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With recurring stories of clients unexpectedly missing meetings, followed by contact from police detectives investigating a drug-smuggling related murder, or an article in the local paper detailing their arrest and imprisonment, we have to question the wisdom of relying only on a firm handshake and a steady gaze.


Recent research suggests that while some people really are good judges of character, those skills only work some of the time. Not everyone’s character can be read, and the likelihood of misreading is increased if the person is intent on deception (as they might be if, say, they were trying to launder a briefcase full of stolen money…)

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So, what can accountants do to protect the reputation and integrity of their practices, as well as protecting the peace of mind of other existing clients that they’re not somehow going to become tarnished by association? 

Survey work undertaken by ACCA and others shows that the importance of completing these objective checks is widely recognised by accountants, but does that necessarily translate into effective execution? 

The risk of the tick box compliance mentality in any administrative process is well known, and as with many other similar tasks, more focus is being given to using digital tools to free people up for higher value work. 

  • The challenge and value of digital

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    While the largest firms have long since moved to bespoke computer driven processes, the availability of off the shelf tools for smaller businesses has been more of a challenge for the following reasons: 

    • Any mass market digital solution will need to exist as part of a wider environment and marketplace – internet enabled checks of data rely on that data being on the web to start with. 
    • And then there’s the chicken and egg problem for the software houses who can’t develop tools without users, but users won’t buy the tools without proof they work. 
    • Even the Covid-19 pandemic hasn’t tipped the balance, with a majority of accountants in ACCA’s survey respondents still using exclusively traditional checks and records processes.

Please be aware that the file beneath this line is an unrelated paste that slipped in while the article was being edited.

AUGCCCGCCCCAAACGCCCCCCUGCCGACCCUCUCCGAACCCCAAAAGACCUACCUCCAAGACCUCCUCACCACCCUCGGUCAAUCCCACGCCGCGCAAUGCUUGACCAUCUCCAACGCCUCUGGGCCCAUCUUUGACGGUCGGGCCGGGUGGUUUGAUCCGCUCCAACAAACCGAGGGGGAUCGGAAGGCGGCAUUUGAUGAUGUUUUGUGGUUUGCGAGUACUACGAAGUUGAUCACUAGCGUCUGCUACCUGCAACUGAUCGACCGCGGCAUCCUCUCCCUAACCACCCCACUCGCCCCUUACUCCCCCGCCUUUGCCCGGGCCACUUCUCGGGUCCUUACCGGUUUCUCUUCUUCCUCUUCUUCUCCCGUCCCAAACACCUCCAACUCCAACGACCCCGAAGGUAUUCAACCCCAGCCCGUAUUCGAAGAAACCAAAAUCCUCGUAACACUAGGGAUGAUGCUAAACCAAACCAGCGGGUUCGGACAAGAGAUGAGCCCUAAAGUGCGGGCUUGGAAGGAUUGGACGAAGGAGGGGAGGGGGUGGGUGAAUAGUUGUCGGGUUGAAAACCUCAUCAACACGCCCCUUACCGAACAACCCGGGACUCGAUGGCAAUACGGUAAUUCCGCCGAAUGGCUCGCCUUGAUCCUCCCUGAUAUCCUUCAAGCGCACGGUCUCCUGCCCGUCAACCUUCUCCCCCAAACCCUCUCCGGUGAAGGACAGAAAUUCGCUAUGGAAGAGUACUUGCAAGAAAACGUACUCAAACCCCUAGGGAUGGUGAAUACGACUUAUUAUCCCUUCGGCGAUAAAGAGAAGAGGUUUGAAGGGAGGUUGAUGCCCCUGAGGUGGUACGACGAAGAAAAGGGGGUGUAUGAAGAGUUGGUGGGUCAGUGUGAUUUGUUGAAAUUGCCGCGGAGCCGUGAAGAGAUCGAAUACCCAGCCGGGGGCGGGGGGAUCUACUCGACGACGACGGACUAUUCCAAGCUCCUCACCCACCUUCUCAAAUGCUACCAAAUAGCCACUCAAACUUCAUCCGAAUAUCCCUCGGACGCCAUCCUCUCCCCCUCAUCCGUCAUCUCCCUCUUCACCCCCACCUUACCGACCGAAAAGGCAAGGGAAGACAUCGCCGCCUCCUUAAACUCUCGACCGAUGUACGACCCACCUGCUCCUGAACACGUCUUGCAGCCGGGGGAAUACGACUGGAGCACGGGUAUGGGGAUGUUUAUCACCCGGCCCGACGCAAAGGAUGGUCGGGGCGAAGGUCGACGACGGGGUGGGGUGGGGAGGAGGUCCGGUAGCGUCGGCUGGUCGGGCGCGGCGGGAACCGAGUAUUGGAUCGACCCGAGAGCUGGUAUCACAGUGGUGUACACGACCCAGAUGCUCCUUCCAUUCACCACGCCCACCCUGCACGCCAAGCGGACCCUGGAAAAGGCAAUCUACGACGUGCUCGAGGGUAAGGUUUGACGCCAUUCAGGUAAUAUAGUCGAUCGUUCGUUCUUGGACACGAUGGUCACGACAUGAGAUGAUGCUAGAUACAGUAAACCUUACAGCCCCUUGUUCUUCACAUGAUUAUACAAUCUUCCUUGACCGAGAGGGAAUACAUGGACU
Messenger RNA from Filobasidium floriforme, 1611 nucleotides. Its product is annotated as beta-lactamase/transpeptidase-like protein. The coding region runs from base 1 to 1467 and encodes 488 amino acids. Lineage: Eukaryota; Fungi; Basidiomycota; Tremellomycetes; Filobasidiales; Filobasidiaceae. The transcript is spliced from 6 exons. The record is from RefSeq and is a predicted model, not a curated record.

But with the potential benefits of using digital tools well-documented, and the risks from ineffective processes similarly clear, is now the time for more practices to look at making the change?

    Practices may find themselves caught up in a perfect storm. Reviewing and updating risk processes may seem like additional work right now as employees are working flat out to support clients through the crisis. 

    However, clients are feeling the pinch too, and need reassurance as we move towards economic recovery from the pandemic. The robustness of processes within your practice, and how promptly you respond to necessary/important changes in the business environment to serve their needs will play a role on the future of the relationship.

  • Embracing a digital practice

    It is clear from the post GFC recovery that there’s an increased risk of criminal activity from some clients who may take desperate measures. A risk appraisal which may have been appropriate 18 months ago may no longer be proportionate to the risks the practice faces.

    FATF guidance is very clear that accountants should have appropriate and proportionate processes in place, based on their annual assessment of the risks faced by the practice. Different levels of due diligence will apply to different clients, again risk assessed, so the final outcome will vary from practice to practice. 

    As the report highlights, for some practices paper may well still be an acceptable option – but for many, the next change should incorporate developments in digitalised tools and processes. Whether it’s a regulatory check-up or a visit from the local CID though, being able to show that you’ve considered the issue is going to be the key to persuading your “interested stakeholders” that the practice is doing its bit to hinder, rather than help, criminal activity.